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Cold Chisel
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Cold Chisel

Khe Sahn lyrics

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Cold Chisel – Khe Sahn lyrics

I left my heart to the sappers 'round Khe Sahn
And I sold my soul with my cigarettes, to a black market man
I've had to Vietnam cold turkey, from the ocean to the silver city
And it's only other vets could understa-and
'Bout the long forgotten dockside guarantees
How there were no V-day heroes in nineteen seventy-three
How we sailed into Sydney Harbour, I saw an old friend but I couldn't kiss her
And she was lined, and I was home to the lucky land
She was like so many more from that time on
Their lives were all so empty, until they'd found there chosen one
And their legs were often open but their minds were always closed
And their hearts were held in fast suburban chains
And the legal pads were yellow, hours long paypackets lean
And the telex writers clattered where the gunships once had been
The carparks made me jumpy and I never stopped the dreams
Or the growing need for speed and novacaine
So I worked across the country from end to end
I tried to find a place to settle down, where my mixed up life could mend
I held a job on an oil-rig, a-flyin' choppers when I could
But the nightlife nearly drove me round the bend
And I've travelled round the world from year to year-ear-ear
And each one found me aimless, one more year the worse for wear
And I've been back to South East Asia, you know the answer sure ain't there
But I'm driftin' north to check things out agai-ai-ain
Well the last plane out of Sydney's almost go-one
And only seven flyin' hours, till I'll be landin' in Hong Kong
And there ain't nothin' like the kisses from a jaded Chinese princess
I'm gonna hit some Hong Kong mattress all night lo-ong
Well the last plane out of Sydney's almost gone-aca



Lyrics taken from http://www.lyricsmode.com/lyrics/c/cold_chisel/khe_sahn.html

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  • c
    +2
    cletracAug 2, 2011 at 10:30 pm
    Words of Khe Sanh were never offensive. If you listen to the lyrics, it tells the story of the Vietnam War, and life after returning to Australia Reference to Silver City, in the lyrics, was the B Wing igloo accommadation barracks at Kapooka, nsw. Reference to "Last Plane Out of Sydney is almost gone". At midnight every wednesday night, was a Qantas 707, bound for Siagon, Vietnam, via Darwin and Singapore, with replacement troops for support units in Vietnam. How do I know. I did my recruit training at Kapooka, and lived in Silver City. Flew out of Sydney midnight, 23 August 1970, bound for Nui Dat, posted to 104 Sig Sqn, on that Qantas flight, sailed into Sydney Harbour aboard hmas Sydney, November 1971.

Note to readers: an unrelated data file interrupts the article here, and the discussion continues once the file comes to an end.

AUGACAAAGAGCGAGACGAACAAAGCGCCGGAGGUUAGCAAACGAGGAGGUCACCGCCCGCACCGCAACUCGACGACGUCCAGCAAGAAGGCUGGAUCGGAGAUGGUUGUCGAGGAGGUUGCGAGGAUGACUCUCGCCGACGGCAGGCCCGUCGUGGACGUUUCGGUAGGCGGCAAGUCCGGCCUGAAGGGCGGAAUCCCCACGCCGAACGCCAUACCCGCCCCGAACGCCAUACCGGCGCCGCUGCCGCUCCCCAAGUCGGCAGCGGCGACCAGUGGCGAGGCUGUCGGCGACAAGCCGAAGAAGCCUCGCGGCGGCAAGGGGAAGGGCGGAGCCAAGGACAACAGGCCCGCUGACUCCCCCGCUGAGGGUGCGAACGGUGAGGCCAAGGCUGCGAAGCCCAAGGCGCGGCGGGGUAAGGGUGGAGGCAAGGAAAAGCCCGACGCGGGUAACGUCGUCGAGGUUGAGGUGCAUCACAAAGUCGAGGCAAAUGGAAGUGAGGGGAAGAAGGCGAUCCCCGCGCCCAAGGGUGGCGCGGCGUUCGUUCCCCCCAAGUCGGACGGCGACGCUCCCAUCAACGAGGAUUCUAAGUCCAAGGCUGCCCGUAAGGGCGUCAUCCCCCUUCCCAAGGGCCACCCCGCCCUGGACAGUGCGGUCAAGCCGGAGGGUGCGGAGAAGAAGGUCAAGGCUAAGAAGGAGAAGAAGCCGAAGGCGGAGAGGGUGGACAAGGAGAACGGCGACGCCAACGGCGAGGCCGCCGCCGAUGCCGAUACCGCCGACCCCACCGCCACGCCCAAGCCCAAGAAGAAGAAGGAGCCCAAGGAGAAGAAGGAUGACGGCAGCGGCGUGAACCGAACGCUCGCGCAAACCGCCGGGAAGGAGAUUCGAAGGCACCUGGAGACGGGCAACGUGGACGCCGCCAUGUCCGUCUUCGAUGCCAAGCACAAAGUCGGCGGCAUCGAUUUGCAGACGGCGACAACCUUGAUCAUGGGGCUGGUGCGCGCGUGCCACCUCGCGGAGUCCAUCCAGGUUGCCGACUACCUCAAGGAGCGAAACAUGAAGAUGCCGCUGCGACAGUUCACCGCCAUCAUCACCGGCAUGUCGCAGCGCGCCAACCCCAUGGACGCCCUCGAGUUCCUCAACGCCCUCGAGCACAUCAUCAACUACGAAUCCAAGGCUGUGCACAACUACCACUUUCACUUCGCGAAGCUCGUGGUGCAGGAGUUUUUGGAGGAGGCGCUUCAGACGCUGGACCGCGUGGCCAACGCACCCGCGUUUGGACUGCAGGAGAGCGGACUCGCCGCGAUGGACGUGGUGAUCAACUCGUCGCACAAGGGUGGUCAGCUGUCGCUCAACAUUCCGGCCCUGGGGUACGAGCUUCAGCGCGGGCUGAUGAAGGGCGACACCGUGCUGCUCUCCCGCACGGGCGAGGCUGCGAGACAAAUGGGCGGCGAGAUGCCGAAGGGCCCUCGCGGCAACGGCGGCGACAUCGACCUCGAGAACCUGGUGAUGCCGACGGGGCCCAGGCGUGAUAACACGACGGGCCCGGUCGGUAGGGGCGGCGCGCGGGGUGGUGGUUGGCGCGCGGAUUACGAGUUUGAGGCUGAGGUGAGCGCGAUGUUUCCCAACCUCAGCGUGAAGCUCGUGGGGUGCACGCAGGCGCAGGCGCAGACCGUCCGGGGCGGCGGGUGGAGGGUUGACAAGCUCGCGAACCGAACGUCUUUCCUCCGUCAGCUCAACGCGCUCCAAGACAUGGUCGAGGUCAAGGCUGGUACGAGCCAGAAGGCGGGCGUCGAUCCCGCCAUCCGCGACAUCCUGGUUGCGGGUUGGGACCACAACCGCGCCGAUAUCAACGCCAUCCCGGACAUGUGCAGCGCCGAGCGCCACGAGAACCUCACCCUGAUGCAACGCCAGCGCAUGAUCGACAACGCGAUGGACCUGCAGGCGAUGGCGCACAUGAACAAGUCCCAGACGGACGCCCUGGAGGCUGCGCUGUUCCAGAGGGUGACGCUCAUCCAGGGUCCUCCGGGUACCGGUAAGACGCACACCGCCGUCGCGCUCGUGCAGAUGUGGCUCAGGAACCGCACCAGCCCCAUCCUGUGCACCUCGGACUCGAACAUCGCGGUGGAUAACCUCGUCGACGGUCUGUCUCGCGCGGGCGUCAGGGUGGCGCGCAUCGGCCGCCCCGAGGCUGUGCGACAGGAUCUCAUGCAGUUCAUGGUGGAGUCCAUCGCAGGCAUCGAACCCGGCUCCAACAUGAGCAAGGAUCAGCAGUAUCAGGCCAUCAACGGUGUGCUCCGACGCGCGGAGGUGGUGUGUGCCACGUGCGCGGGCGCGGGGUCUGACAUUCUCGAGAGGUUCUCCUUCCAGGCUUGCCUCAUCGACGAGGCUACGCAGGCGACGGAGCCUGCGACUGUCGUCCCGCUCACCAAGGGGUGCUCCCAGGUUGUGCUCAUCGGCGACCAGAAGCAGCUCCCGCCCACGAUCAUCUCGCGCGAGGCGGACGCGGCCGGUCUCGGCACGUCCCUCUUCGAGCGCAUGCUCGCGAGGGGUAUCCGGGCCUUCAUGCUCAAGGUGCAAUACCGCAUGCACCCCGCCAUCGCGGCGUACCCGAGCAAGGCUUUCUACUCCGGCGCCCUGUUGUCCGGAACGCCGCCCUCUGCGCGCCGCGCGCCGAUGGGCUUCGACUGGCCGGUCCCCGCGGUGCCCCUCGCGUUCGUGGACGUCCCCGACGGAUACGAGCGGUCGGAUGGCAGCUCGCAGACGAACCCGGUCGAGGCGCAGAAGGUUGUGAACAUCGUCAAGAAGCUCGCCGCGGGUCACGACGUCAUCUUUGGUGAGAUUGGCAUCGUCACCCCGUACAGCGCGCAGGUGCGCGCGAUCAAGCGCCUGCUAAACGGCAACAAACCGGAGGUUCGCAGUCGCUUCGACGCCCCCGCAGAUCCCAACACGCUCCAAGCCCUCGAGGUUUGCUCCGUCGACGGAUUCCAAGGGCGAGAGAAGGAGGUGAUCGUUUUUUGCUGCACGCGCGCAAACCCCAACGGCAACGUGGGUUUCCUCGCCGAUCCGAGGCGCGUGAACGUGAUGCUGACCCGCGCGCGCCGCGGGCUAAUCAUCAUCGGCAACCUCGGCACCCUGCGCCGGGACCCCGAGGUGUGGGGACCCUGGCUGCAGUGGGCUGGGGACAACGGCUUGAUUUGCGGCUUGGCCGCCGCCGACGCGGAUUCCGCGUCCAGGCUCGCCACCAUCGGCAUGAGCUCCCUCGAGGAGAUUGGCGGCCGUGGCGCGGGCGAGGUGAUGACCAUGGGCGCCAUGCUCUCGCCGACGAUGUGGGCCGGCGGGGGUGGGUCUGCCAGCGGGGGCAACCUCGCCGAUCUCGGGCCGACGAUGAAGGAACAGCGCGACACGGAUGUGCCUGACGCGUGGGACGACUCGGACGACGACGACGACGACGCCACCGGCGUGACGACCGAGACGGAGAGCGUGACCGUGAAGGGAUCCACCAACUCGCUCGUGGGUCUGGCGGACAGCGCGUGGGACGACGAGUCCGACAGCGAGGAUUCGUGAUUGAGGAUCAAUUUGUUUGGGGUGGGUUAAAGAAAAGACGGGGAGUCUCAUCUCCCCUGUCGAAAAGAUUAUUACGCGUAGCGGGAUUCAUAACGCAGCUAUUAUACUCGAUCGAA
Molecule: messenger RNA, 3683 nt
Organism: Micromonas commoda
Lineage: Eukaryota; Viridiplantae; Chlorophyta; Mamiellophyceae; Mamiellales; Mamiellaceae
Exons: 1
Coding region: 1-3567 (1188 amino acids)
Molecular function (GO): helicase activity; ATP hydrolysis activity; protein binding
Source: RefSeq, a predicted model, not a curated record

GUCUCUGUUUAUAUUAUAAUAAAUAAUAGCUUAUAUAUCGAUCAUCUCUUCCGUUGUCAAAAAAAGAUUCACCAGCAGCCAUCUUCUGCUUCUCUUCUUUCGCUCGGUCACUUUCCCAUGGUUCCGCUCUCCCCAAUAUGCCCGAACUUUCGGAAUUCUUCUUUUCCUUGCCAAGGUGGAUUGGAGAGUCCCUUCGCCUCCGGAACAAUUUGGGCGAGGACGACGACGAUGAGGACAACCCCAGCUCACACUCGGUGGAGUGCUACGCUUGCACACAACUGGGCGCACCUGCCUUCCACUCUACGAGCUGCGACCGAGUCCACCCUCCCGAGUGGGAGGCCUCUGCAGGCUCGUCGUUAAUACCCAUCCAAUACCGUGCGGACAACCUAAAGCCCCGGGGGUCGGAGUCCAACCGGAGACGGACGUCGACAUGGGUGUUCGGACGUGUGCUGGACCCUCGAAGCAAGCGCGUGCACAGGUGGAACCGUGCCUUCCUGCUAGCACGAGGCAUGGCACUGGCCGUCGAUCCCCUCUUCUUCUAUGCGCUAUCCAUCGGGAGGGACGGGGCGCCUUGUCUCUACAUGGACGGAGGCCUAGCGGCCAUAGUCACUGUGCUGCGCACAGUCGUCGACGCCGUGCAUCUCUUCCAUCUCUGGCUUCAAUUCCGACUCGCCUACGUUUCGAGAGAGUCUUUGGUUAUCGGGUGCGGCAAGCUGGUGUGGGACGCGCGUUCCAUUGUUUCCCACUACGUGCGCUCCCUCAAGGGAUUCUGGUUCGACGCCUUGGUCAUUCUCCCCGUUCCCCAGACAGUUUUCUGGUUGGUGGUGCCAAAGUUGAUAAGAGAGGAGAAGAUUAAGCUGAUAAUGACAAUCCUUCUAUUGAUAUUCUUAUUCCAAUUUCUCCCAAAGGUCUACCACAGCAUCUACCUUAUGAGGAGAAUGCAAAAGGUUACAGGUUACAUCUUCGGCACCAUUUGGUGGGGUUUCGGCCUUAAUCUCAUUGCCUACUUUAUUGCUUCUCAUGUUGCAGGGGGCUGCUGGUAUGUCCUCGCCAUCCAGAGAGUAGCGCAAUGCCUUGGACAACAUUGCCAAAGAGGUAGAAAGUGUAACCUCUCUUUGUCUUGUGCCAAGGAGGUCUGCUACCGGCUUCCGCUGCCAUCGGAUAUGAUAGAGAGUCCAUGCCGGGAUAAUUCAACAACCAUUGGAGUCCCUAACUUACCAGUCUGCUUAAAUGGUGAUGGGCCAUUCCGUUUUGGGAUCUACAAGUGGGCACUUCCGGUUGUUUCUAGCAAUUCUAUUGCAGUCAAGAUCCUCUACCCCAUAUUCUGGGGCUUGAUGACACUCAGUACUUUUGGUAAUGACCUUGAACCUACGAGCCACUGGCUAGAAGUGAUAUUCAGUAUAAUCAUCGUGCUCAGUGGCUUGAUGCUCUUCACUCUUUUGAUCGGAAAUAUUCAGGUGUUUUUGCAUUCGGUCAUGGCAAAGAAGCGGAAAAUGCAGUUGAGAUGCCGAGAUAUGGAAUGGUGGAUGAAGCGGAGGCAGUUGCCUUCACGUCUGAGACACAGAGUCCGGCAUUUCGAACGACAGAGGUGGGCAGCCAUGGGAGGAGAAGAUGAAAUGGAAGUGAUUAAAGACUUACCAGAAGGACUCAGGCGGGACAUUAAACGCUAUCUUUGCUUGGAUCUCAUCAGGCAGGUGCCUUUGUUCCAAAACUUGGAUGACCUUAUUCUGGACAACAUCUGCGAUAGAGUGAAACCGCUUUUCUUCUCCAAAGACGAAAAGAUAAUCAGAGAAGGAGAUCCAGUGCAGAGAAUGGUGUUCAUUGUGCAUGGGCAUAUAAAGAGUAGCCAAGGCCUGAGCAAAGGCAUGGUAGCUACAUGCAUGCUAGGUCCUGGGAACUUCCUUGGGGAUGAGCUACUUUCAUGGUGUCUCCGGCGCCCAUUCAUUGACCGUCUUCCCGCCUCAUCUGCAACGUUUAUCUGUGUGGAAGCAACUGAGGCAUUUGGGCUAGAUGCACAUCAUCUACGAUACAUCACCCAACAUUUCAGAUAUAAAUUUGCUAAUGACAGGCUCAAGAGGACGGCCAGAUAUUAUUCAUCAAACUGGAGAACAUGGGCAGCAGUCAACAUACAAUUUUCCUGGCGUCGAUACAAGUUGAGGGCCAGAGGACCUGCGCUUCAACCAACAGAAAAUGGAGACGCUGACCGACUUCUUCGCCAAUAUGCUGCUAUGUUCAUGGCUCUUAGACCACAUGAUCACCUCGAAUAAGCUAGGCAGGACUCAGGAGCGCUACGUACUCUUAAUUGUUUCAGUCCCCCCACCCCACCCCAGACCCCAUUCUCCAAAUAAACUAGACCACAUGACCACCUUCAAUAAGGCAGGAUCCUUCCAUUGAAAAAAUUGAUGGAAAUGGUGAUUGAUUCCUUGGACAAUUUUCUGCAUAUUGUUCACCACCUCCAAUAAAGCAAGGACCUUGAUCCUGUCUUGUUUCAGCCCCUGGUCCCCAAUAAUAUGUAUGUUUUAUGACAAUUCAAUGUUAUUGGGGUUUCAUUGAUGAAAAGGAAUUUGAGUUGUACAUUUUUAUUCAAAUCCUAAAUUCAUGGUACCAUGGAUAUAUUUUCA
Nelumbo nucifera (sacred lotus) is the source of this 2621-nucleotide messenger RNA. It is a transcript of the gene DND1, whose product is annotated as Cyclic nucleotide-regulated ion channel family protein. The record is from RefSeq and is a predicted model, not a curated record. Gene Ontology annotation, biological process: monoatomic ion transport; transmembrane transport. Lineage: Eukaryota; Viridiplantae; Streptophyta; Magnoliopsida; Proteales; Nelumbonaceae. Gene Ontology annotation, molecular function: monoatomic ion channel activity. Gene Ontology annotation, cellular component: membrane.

• u
    +1
    UnregisteredApr 1, 2012 at 12:22 am
    Australia epitomised, wish I lived there. Be thankful for what you've got, great surf, great people, great climate and tooheys, what more could you ask for? The song is a classic australian anthem- a reminder of what can go wrong when the powers that be think they know what's best for a generation (a lesson that is still being ignored by numerous governments around the world). God bless cold chisel.
  • u
    +1
    UnregisteredFeb 27, 2012 at 11:18 am
    By kimberly darby:.
    To me, this song represents the trauma that the soldiers who fought in vietnam experienced. The message that the singer is trying to get across is that war is not spending a few months/years over in a different country and fighting for glory and peace it is simply a way to show how strong a country is by how many towns it can destroy, how many families can be destroyed and how many men are willing to sacrafice their lives in a world where no one can win.
  • u
    +1
    UnregisteredDec 4, 2011 at 10:13 pm
    I think even more than that the song shares the writers disgust at the way the vietnam war vets were treated upon their return to australia. Best summed up in the line "there were no v-day heroes in 1973". It talks about how societies attitude had changed to war showing a lack of appreciation to what those men had done or tried to do (regardless of what ur particular attitude to war is) and how vets had to struggle with their own war experiences without the support of society, resorting to drugs and prositution to deal with the memories and loneliness.
  • u
    +1
    UnregisteredNov 14, 2011 at 3:57 am
    @cletrac - if you mean offensive in the sense of sexual or drug explication, then it would be definitely deemed so. Just look at the last lines of the last verse: "and there ain't nothin' like the kisses from a jaded chinese princess.
    I'm gonna hit some hong kong mattress all night lo-ong". This is clearly allusion to prostitution, which was indeed a substantial part of many wars when the men went on leave.

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